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New EU Pollution Standards to Impact Investment in Coal-Fired Power Plants in SEE, Says Latest IENE Analysis

New EU Pollution Standards to Impact Investment in Coal-Fired Power Plants in SEE, Says Latest IENE AnalysisIn late August, IENE sent to its members the latest issue of its monthly analysis (July-August 2017 No. 241), which focuses on the new technical standards for large combustion plants, the so-called “LCP BREF”, adopted on April 28, 2017

In late August, IENE sent to its members the latest issue of its monthly analysis (July-August 2017 No. 241), which focuses on the new technical standards for large combustion plants, the so-called "LCP BREF”, adopted on April 28, 2017. This decision sets out the best available techniques for controlling pollution to air, water and soil, as well as the emission limits that must be achieved by applying these techniques. However, the first indications of such a decision are negative for all SEE countries that have based their policy on new planned coal-fired power plants (see Table).

Furthermore, almost none of the states in the Western Balkans can meet the new, stricter EU pollution standards according to an analysis prepared by CEE Bankwatch[1].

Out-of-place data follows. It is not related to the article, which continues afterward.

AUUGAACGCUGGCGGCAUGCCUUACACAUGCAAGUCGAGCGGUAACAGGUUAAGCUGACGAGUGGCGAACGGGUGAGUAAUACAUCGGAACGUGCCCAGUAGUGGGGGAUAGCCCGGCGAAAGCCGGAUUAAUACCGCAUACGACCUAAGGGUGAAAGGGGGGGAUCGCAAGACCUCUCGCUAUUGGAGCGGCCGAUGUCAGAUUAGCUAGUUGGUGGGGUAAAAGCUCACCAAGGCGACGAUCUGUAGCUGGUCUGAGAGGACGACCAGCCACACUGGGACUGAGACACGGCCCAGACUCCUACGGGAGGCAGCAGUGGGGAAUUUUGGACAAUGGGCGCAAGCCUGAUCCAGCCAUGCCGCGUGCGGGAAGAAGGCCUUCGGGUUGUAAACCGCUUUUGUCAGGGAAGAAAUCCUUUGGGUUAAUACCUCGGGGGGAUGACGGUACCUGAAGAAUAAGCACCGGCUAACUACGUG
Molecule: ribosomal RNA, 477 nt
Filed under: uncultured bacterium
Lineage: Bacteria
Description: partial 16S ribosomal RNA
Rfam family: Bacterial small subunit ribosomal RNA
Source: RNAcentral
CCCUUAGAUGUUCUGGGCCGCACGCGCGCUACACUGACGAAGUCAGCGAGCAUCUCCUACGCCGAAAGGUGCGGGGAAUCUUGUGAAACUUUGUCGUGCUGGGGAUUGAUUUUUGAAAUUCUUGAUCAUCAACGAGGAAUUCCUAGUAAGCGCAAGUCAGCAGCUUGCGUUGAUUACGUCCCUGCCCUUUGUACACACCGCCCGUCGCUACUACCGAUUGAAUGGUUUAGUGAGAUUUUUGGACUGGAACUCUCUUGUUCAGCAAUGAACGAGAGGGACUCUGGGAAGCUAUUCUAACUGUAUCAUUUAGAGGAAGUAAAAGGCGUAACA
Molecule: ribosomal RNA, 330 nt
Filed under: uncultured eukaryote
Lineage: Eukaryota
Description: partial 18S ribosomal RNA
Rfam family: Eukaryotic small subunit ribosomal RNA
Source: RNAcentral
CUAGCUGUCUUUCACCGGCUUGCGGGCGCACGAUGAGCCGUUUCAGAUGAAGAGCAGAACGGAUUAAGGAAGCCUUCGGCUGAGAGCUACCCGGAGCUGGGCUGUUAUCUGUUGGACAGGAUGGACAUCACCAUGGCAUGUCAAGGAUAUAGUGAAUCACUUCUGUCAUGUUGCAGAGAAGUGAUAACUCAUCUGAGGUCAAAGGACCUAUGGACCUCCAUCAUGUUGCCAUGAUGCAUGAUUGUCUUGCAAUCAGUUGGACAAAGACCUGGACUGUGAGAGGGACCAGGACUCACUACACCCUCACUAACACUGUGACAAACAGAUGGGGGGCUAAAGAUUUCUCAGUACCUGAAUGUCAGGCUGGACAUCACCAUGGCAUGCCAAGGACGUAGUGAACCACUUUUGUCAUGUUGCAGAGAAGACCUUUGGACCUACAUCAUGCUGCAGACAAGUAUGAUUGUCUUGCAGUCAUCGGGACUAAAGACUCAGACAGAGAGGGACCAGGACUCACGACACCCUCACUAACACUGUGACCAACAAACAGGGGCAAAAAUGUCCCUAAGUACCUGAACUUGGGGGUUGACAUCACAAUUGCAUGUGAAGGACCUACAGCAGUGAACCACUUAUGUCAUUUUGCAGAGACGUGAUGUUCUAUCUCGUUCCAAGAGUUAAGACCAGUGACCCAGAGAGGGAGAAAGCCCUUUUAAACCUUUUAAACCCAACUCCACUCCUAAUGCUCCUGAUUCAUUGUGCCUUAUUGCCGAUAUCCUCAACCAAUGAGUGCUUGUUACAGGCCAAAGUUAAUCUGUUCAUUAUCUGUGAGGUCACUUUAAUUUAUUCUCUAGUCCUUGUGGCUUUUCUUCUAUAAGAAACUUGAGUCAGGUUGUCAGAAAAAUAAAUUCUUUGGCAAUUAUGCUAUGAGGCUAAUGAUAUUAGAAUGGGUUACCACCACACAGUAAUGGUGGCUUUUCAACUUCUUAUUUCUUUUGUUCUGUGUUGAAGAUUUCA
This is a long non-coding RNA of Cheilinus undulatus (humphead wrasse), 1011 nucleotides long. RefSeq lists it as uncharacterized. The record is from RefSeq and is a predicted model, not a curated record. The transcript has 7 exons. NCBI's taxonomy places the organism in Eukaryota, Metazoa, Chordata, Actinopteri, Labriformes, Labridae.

For plants where environmental permits have not yet been issued or need to be changed or updated, the permits should be aligned to the new LCP BREF in order to increase investor certainty and avoid the need for expensive retrofits later on. As a general rule, it is allowed to set tighter permitting conditions than national legislation stipulates, so this should not cause any legal issues. For those plants where environmental permits have already been issued, it is highly recommended that the ministries in charge of energy sector investment warn the investors about the new standards and that the ministries responsible for the environment make changes in permits where it is still possible (i.e. where plant design is still being finalised and construction has not yet begun). In addition, IENE's monthly analysis cites data from its recently published "SE Europe Energy Outlook 2016/2017” study about CO2 emissions in SE Europe as well as the use of solid fuels as a component of gross inland energy consumption.

IENE’s latest analysis highlights the significant hurdles now facing power generating companies across SE Europe as they are trying to reconcile optimum utilisation of indigenous energy assets, such as lignite, with the need to harmonise their operation in accordance with EU’s stricter environmental requirements. In the long run, large electricity utilities in the SEE region will have no choice but to phase out coal-fired power plants by switching to natural gas, nuclear and renewables.



[1] CEE Bankwatch (2017), "Planned coal power plants in the Western Balkans versus EU pollution standards”, https://bankwatch.org/sites/default/files/BREF-Balkan-coal-14Jun2017.pdf

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